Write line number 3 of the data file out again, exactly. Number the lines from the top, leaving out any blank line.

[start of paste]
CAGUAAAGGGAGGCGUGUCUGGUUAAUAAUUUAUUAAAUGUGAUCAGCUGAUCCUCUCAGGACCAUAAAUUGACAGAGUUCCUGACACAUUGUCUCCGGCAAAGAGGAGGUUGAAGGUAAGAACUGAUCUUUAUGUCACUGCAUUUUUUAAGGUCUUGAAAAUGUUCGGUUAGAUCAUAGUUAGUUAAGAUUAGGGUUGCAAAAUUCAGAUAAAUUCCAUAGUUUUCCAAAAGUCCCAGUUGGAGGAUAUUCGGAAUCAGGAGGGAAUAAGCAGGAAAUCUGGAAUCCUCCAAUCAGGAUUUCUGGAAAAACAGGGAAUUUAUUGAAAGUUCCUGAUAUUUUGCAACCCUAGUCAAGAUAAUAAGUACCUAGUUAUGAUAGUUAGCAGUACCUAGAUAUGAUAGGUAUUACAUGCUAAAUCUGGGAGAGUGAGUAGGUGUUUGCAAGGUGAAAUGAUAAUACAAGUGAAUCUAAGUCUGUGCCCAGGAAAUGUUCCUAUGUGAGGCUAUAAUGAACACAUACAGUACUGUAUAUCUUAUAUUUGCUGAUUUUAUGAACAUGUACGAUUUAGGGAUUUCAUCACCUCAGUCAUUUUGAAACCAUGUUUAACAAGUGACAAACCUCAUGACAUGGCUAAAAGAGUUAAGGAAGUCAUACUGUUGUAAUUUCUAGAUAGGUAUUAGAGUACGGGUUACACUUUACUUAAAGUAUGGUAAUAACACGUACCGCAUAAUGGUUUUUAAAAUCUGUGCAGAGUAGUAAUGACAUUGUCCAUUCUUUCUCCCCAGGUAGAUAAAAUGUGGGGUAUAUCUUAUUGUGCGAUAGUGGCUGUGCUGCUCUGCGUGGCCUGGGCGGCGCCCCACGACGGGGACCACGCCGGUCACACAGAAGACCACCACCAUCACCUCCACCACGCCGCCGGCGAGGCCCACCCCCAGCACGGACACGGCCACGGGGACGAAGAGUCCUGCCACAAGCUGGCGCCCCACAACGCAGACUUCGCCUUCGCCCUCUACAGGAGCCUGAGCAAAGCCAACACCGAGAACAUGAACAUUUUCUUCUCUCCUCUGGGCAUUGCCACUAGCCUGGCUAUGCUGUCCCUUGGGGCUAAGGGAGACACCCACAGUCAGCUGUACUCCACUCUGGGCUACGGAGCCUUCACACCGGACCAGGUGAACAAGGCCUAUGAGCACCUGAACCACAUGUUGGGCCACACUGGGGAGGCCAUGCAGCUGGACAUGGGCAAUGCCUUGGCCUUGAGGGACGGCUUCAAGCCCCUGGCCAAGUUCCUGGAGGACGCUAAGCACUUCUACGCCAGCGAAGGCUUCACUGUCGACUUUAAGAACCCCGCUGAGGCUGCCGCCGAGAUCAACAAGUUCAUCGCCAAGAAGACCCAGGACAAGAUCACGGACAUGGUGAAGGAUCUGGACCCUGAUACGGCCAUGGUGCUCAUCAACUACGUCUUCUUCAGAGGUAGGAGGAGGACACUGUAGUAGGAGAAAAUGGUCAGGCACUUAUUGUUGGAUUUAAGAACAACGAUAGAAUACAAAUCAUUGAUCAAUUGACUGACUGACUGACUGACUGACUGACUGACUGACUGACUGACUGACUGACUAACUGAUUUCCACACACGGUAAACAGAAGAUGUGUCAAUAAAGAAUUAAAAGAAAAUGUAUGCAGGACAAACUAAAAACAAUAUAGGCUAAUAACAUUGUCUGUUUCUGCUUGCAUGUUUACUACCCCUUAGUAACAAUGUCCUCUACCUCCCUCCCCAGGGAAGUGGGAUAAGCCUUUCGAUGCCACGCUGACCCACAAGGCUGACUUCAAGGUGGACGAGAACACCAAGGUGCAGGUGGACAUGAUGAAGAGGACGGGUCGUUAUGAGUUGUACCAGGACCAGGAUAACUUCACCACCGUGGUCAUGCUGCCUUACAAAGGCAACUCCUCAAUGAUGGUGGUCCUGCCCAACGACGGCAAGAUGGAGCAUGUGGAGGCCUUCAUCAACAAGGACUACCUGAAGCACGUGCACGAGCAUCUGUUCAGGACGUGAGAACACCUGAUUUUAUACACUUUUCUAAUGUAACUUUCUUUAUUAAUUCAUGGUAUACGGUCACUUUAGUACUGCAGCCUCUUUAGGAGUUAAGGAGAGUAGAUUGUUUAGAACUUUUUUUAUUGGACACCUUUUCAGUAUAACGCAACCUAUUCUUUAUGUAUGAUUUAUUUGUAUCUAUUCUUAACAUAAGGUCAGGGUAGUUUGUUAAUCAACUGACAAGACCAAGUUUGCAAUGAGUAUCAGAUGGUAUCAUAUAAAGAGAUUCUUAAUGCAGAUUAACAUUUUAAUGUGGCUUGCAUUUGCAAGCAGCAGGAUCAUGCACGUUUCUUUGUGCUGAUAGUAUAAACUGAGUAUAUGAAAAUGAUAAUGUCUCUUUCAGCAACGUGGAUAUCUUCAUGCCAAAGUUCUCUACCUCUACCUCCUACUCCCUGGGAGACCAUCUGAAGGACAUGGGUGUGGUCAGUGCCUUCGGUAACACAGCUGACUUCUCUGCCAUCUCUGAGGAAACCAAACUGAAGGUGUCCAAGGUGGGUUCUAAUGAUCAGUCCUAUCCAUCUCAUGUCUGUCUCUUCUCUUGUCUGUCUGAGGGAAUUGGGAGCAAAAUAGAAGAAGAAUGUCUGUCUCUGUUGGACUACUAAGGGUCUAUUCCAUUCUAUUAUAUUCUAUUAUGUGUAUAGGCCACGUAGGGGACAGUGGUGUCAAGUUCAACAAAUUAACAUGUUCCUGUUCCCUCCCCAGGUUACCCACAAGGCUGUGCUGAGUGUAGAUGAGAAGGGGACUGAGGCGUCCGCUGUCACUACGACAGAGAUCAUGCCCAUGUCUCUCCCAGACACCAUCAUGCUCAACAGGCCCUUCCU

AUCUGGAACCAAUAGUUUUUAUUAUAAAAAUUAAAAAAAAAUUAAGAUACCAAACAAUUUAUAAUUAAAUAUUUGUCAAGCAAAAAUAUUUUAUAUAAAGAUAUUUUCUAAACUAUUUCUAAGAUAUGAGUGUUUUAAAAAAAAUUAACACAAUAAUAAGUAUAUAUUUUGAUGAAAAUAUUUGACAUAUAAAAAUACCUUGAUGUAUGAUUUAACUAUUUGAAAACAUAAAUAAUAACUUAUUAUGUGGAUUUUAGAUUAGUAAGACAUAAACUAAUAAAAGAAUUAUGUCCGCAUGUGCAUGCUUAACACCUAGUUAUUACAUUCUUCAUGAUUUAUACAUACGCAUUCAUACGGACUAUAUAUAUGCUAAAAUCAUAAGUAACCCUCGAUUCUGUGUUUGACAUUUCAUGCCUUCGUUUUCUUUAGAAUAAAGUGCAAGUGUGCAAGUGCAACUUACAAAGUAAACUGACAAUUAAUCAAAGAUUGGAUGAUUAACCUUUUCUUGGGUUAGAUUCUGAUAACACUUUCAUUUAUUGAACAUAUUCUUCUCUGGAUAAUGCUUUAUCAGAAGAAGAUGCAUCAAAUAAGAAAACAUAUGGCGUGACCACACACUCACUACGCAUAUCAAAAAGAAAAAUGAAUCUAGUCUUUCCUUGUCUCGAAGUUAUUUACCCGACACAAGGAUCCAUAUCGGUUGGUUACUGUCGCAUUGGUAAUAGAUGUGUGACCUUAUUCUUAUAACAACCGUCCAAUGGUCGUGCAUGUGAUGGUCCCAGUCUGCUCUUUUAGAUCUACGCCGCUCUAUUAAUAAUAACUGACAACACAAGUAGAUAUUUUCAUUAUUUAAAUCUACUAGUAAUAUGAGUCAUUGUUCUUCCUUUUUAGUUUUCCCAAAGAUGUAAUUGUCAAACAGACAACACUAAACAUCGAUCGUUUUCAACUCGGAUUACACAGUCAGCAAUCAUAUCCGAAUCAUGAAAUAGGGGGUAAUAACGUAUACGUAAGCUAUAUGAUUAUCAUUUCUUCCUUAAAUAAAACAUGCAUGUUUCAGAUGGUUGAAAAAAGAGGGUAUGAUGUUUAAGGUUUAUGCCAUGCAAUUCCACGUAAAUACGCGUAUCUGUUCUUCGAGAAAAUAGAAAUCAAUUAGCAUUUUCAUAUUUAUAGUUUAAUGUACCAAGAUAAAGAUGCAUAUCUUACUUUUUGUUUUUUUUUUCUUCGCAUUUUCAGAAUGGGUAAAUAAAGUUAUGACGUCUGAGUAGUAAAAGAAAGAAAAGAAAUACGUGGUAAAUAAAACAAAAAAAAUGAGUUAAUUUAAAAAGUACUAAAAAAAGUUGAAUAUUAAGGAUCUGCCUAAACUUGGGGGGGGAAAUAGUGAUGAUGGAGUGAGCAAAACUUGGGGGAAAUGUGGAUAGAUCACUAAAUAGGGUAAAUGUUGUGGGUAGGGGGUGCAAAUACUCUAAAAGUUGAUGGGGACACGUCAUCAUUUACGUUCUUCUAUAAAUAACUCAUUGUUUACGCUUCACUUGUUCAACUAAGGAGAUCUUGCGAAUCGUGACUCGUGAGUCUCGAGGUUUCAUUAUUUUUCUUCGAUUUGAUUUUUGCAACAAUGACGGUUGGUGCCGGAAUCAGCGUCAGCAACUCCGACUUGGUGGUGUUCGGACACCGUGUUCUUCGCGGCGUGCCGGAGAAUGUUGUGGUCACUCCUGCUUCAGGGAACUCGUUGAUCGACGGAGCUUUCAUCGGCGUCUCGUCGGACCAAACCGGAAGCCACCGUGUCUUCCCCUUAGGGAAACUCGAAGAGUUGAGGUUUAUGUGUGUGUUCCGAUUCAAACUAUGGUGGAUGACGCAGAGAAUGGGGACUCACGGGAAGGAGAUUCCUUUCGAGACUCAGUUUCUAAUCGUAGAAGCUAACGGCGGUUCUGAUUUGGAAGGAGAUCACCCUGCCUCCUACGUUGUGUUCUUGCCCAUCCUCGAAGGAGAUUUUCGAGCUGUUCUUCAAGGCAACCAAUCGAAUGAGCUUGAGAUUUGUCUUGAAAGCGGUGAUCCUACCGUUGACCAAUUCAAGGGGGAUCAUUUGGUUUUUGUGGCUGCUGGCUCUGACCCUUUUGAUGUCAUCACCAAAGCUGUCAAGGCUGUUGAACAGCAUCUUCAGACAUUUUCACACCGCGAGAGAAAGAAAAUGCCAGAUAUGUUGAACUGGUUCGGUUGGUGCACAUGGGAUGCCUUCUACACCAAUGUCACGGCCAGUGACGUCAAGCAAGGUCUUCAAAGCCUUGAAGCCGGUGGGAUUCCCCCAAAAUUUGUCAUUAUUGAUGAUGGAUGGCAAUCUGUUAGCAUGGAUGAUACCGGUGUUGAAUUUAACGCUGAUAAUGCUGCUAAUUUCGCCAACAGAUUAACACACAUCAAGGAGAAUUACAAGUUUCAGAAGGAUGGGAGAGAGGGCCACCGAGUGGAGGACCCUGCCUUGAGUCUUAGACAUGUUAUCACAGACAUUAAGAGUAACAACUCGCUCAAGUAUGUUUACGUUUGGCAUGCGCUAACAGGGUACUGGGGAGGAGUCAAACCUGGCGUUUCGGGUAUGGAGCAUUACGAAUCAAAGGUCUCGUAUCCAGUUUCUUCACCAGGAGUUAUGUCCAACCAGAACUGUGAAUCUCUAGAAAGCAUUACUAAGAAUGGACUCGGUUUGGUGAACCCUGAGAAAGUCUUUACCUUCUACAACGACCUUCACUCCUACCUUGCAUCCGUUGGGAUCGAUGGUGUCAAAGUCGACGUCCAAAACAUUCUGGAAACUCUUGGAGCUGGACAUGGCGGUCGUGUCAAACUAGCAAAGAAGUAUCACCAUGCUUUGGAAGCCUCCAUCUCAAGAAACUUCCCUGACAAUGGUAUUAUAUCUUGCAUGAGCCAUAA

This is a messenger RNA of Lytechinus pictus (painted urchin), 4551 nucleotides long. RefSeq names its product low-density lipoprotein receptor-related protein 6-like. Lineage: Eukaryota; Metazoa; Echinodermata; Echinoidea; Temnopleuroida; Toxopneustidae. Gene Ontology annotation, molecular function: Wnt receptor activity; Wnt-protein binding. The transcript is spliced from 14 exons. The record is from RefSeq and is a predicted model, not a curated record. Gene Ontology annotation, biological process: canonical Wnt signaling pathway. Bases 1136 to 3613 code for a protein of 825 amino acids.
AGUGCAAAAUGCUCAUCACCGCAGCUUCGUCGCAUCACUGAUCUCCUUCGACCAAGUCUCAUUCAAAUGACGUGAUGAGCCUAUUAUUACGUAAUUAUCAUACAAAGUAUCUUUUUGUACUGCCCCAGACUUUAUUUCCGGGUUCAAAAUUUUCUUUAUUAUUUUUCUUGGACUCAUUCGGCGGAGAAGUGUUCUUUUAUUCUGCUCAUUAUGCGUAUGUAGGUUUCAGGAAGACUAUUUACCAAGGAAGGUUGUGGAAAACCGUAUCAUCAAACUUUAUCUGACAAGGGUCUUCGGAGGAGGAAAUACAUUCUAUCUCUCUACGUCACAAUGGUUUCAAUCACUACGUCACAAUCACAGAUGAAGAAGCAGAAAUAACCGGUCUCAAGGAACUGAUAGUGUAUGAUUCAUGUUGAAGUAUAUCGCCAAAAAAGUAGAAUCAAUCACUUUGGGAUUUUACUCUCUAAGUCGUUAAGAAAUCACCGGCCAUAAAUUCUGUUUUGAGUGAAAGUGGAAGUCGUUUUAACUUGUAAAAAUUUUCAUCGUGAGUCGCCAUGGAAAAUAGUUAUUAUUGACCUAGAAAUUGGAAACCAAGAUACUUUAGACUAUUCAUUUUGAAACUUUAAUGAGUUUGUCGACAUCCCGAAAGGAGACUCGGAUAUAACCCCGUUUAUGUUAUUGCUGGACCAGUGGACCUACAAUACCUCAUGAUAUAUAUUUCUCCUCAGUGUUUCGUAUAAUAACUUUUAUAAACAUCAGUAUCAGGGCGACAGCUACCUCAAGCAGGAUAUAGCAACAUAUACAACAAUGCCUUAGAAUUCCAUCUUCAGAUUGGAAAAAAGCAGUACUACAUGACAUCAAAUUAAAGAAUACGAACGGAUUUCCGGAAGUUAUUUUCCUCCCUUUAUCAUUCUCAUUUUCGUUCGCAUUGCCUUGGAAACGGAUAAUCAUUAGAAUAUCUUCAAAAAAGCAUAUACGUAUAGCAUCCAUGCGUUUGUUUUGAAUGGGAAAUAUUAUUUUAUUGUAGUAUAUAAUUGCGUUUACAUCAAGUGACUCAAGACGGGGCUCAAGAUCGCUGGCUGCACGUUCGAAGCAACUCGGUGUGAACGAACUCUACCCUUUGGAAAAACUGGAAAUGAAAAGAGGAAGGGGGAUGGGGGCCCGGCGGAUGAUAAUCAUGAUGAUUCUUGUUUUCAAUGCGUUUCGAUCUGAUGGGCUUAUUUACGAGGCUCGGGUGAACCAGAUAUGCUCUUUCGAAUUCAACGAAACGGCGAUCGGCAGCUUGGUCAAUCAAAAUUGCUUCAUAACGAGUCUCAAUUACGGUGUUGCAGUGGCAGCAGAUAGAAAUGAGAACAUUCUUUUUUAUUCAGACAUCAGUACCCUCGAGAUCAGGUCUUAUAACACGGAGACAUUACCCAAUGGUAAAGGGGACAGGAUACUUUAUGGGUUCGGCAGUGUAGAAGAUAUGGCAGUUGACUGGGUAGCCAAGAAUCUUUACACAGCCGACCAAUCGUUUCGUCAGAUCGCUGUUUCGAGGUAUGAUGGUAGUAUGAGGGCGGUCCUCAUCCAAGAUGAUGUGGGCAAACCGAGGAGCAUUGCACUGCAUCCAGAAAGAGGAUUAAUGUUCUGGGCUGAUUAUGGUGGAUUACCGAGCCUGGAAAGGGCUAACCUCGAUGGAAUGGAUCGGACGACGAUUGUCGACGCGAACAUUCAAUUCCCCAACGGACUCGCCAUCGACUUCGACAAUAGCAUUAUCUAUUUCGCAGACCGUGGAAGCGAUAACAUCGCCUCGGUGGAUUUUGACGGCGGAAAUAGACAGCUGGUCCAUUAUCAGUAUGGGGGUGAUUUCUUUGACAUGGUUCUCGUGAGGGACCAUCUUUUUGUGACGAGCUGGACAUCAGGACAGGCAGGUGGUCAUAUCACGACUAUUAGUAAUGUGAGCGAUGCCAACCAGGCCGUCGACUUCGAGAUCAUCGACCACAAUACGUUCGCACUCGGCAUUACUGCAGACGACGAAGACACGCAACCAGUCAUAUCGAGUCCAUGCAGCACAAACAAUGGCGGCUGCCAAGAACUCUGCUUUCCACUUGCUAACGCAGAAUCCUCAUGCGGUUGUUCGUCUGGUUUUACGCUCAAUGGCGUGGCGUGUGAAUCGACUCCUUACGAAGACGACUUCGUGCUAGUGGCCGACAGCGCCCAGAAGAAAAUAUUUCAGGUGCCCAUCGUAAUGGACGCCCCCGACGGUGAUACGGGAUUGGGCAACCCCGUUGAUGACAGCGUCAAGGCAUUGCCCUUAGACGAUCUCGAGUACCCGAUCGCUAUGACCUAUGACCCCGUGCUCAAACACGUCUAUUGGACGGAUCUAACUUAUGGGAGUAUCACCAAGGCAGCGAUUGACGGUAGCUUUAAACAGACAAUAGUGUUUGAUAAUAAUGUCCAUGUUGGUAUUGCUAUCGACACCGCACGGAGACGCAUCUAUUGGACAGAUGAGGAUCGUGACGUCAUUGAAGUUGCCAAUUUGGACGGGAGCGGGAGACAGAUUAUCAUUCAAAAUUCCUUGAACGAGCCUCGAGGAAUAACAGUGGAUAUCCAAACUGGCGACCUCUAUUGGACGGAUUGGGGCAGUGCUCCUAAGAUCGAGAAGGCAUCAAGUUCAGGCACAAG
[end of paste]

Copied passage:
This is a messenger RNA of Lytechinus pictus (painted urchin), 4551 nucleotides long. RefSeq names its product low-density lipoprotein receptor-related protein 6-like. Lineage: Eukaryota; Metazoa; Echinodermata; Echinoidea; Temnopleuroida; Toxopneustidae. Gene Ontology annotation, molecular function: Wnt receptor activity; Wnt-protein binding. The transcript is spliced from 14 exons. The record is from RefSeq and is a predicted model, not a curated record. Gene Ontology annotation, biological process: canonical Wnt signaling pathway. Bases 1136 to 3613 code for a protein of 825 amino acids.